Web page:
Trump Entertainment, which operates the Trump Taj Mahal in Atlantic City, filed for Chapter 11 bankruptcy protection in September, the fourth such filing in the company’s not-so-illustrious history. Icahn, who holds $290m of the company’s debt, will receive 100% of the reorganized company’s equity according to the plan approved on Thursday by Delaware bankruptcy judge Kevin Gross.
To secure the support of a creditors’ committee, Icahn agreed to provide unsecured creditors with $3.5m in cash, $2.5m more than they would have received had the property gone into liquidation. Icahn also agreed to provide up to $82.5m to keep the Taj Mahal going while it gets back on its feet. In exchange, creditors agreed to release Icahn and Trump Entertainment from liability from future litigation.
The plan can yet be undone by the Taj Mahal’s unionized workers, who are appealing an October court ruling that voided their health and pension benefit programs. Trump Entertainment financial adviser William Hardie said the company had enough cash to maintain operations while the appeal is pending but Icahn has the option of walking away from the deal should the appeal succeed.
REVEL SALE SCRUBBED FOR THE THIRD TIME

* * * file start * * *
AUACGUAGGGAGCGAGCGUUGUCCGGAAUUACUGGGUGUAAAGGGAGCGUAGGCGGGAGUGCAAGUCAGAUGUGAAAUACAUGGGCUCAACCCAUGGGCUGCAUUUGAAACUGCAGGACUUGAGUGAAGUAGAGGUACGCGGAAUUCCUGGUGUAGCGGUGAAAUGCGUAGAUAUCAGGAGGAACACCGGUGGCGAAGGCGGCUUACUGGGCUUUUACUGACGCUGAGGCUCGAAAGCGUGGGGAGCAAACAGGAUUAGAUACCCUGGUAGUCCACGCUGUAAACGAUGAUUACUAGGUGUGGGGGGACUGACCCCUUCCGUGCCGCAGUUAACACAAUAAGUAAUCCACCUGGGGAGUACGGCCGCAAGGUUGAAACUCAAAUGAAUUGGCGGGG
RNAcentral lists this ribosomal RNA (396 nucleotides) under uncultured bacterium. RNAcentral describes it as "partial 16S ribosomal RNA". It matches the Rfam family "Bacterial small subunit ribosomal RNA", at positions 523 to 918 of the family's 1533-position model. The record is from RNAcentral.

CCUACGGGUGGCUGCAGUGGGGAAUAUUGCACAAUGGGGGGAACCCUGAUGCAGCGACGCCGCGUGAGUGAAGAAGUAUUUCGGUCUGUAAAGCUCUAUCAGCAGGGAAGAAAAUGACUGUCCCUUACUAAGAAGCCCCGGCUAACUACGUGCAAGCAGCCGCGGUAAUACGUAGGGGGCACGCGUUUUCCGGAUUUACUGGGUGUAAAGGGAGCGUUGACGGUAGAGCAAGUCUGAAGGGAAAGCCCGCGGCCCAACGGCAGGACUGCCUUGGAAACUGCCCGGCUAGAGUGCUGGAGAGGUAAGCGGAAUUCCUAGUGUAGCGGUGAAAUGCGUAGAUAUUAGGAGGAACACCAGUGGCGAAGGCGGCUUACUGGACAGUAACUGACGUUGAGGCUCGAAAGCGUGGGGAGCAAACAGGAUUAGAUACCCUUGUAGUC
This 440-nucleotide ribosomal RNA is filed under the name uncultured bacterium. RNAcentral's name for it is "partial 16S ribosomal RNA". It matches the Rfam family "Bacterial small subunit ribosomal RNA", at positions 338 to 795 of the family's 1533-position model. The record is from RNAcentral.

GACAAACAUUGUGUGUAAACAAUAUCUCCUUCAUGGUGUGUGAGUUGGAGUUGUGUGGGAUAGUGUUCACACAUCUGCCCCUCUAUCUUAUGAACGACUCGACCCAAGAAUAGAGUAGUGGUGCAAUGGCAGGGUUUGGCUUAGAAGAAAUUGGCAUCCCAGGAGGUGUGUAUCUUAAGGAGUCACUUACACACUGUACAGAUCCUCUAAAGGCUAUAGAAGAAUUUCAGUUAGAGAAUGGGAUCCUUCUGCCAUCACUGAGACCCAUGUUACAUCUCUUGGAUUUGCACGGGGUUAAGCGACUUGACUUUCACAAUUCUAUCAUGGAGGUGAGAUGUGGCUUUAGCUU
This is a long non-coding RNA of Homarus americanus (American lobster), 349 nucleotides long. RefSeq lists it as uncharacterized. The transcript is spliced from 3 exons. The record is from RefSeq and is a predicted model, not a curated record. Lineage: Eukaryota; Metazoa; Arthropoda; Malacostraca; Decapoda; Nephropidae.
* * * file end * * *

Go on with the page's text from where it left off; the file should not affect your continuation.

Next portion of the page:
“History repeats itself, first as tragedy, then as farce.” So said Karl Marx and so says everyone watching the sorry saga that is Atlantic City’s Revel casino. On Friday, US Bankruptcy Judge Gloria Burns said she couldn’t approve a deal that would have seen Revel sold to Florida developer Glenn Straub for $82.5m.
This marks the third time a presumed Revel sale has been torpedoed. Straub had previously struck a $95.4m deal to buy the property but couldn’t make nice with Revel’s tenants and the power company that keeps Revel’s lights on. Before that, Brookfield Asset Management walked away from its $110m deal to buy the property, which cost $2.4b to build.
On Friday, Burns said she couldn’t approve Straub’s latest offer due to ongoing legal challenges of the previous deal by those disgruntled tenants. Meanwhile, other bargain-hunters have begun sniffing around, including Los Angeles developer Izek Shomof, who has offered $80m to take over the cursed property. Be sure to tune in next year, when Revel is sold to a homeless man in exchange for a shopping cart full of empty soda cans.